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  • Oct 25, 2014
  • Updated: 6:09pm
NewsHong Kong
CULTURE

Spirit of supreme leader stuck behind enemy lines

PUBLISHED : Wednesday, 02 October, 2013, 12:00am
UPDATED : Wednesday, 02 October, 2013, 3:11am
 

It is a scene that the Dear Leader of North Korea did not live to see: propaganda posters of the secretive communist country encased in the glass and steel belly of the capitalist beast.

The posters, brightly coloured specimens touting the juche ideology of economic self-reliance and other party lines of Pyongyang, are exhibited at the last place the late Kim Jong-il probably thought they would end up - Taikoo Place, an office complex hosting the likes of luxury-brand behemoth LVMH and American cable network CNN.

Reading the bold affirmations of national pride, the irony is not lost on viewers.

"Our resolve: an earth without North Korea must be smashed," reads a poster of a great hulk of a man smashing a map of the United States to pieces as lava flows from the cracks.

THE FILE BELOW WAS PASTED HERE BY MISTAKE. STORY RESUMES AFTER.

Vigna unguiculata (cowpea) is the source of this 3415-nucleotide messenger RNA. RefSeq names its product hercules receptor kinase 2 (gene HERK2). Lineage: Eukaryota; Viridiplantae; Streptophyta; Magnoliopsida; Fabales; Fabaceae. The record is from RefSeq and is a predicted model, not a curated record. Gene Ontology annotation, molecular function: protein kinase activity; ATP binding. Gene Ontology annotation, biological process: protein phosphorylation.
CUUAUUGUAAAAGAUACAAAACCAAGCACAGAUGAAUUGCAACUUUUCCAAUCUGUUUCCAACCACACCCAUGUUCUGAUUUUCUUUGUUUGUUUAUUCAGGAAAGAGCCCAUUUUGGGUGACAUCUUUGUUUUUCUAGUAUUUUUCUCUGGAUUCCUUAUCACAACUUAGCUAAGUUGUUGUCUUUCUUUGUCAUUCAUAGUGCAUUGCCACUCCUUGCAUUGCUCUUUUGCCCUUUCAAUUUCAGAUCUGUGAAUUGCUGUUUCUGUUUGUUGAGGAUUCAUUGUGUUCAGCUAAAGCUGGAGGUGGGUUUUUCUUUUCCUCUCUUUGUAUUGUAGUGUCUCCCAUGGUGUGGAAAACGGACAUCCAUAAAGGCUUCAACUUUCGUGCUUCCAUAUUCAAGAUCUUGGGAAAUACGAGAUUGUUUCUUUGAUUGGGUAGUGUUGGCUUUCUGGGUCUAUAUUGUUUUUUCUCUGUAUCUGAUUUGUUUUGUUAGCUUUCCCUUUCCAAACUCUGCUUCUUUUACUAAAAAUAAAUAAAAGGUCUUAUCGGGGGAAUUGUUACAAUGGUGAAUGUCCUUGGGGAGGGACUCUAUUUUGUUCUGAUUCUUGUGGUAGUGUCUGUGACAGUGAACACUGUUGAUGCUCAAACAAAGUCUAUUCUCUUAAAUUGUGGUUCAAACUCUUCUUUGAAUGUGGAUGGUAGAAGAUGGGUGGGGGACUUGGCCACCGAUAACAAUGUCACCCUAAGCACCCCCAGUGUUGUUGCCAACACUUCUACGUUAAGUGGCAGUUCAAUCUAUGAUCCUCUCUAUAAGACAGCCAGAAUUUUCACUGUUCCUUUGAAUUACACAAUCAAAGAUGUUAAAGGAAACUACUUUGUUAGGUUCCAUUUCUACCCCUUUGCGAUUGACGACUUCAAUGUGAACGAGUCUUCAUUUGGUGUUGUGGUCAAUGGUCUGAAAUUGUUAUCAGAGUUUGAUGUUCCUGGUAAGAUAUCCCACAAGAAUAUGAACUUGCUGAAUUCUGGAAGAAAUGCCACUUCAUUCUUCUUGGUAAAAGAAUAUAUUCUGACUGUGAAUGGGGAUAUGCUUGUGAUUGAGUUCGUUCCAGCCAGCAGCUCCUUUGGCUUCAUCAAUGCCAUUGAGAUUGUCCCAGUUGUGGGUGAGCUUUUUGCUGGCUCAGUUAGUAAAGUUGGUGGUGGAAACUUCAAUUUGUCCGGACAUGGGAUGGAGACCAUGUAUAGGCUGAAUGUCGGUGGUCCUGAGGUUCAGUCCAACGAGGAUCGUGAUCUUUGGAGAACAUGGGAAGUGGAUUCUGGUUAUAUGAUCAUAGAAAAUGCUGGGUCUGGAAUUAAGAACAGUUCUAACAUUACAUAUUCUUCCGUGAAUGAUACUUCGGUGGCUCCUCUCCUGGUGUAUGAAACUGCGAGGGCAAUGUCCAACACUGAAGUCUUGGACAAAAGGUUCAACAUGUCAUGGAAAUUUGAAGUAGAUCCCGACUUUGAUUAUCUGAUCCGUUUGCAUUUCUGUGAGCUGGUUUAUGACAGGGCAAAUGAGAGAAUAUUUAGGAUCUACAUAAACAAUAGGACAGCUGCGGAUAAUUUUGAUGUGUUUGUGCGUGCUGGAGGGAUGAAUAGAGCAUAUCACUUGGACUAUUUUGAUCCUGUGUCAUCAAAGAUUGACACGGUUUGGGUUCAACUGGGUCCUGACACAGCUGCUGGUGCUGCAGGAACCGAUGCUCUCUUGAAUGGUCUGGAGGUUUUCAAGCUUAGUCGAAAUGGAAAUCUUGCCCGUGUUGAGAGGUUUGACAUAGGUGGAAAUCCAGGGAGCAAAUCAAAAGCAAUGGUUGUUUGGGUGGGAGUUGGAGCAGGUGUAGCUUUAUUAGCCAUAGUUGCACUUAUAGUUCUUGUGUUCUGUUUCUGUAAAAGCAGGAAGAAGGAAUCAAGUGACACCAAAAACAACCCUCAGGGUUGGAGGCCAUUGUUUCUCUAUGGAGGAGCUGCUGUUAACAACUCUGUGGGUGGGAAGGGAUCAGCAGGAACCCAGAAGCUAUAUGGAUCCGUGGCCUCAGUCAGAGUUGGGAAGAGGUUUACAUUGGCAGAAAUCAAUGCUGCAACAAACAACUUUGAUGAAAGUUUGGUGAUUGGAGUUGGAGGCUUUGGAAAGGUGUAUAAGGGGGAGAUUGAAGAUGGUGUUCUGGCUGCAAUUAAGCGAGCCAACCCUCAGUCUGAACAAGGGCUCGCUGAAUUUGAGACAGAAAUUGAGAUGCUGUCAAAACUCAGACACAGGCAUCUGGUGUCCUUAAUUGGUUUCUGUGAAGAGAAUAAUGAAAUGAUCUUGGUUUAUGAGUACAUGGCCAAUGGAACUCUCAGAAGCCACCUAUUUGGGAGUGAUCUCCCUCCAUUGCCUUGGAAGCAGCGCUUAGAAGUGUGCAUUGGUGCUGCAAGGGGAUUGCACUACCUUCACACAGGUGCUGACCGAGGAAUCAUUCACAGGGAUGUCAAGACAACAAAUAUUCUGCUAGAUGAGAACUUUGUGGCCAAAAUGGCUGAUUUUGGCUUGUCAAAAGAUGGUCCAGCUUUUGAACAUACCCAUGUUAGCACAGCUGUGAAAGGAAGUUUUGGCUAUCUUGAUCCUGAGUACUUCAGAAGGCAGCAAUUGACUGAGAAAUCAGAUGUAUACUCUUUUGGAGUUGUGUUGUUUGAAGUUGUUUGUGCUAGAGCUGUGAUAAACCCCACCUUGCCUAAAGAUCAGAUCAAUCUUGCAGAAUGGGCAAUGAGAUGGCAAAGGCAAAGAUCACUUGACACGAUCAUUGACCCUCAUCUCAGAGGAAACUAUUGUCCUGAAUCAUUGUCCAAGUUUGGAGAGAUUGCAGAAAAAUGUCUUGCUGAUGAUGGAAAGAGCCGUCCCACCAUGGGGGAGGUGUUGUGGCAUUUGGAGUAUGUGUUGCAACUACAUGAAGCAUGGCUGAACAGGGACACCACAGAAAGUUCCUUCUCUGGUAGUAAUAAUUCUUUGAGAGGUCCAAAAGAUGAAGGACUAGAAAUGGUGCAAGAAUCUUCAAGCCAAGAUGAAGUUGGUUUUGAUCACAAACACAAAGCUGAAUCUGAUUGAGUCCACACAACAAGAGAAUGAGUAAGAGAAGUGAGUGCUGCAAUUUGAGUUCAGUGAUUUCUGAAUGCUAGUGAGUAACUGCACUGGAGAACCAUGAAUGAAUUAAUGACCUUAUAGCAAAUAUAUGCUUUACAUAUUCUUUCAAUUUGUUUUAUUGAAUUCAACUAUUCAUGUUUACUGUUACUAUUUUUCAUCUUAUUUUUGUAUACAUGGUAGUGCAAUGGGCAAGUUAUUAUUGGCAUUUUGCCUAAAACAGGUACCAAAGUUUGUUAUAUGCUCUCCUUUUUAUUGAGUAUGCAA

"Let's make them love things that are ours," reads another, which portrays young North Koreans playing traditional games.

The blustering propaganda machine of the North Koreans is the stuff of legends, but as more posters find their way to the outside world, their bite is losing its venom domestically.

"I've talked to some people, and the anti-American, anti-Japanese pieces are becoming fewer and fewer. This also reflects the policy of the government," said Eric Wong, 40, who owns the exhibition pieces.

The commercial advertising director has been collecting North Korean art for the past five years, after coming across four posters at a friend's place in New York. "They were eye-catching and the colours striking. I begged him to sell me one or two."

Since 2011, Wong has been visiting the notoriously secretive nation to buy art from the Mansudae studios, a 4,000-person operation in Pyongyang that employs 1,000 artists. It has an outlet in the 798 art district in Beijing.

He buys in bulk and now owns more than 200 posters, having paid about HK$1,000 per piece.

Wong said he had faced no difficulty with the authorities in bringing the posters out.

"You can't trade in Kim's portraits. I think that's a death sentence. But I've had no problems. They'll tell you if something is not for sale."

The exhibition shows 36 pieces from Wong's collection.

"Breed more rabbits, so our soldiers can dine well," reads one.

"I like the posters of the children. I've seen too many military ones," Wong said.

Art Behind the Secret Curtain runs until October 17 at the bridge in Lincoln House in Taikoo Place, Island East.

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